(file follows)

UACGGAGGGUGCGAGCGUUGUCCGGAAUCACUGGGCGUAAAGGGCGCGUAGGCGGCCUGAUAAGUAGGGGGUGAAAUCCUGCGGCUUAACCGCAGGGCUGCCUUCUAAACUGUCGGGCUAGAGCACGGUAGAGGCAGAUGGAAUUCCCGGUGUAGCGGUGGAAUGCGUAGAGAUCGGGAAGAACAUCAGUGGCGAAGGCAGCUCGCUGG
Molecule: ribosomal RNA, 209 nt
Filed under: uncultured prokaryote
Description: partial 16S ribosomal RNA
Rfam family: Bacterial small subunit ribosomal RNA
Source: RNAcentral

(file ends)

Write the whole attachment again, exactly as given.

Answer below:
UACGGAGGGUGCGAGCGUUGUCCGGAAUCACUGGGCGUAAAGGGCGCGUAGGCGGCCUGAUAAGUAGGGGGUGAAAUCCUGCGGCUUAACCGCAGGGCUGCCUUCUAAACUGUCGGGCUAGAGCACGGUAGAGGCAGAUGGAAUUCCCGGUGUAGCGGUGGAAUGCGUAGAGAUCGGGAAGAACAUCAGUGGCGAAGGCAGCUCGCUGG
Molecule: ribosomal RNA, 209 nt
Filed under: uncultured prokaryote
Description: partial 16S ribosomal RNA
Rfam family: Bacterial small subunit ribosomal RNA
Source: RNAcentral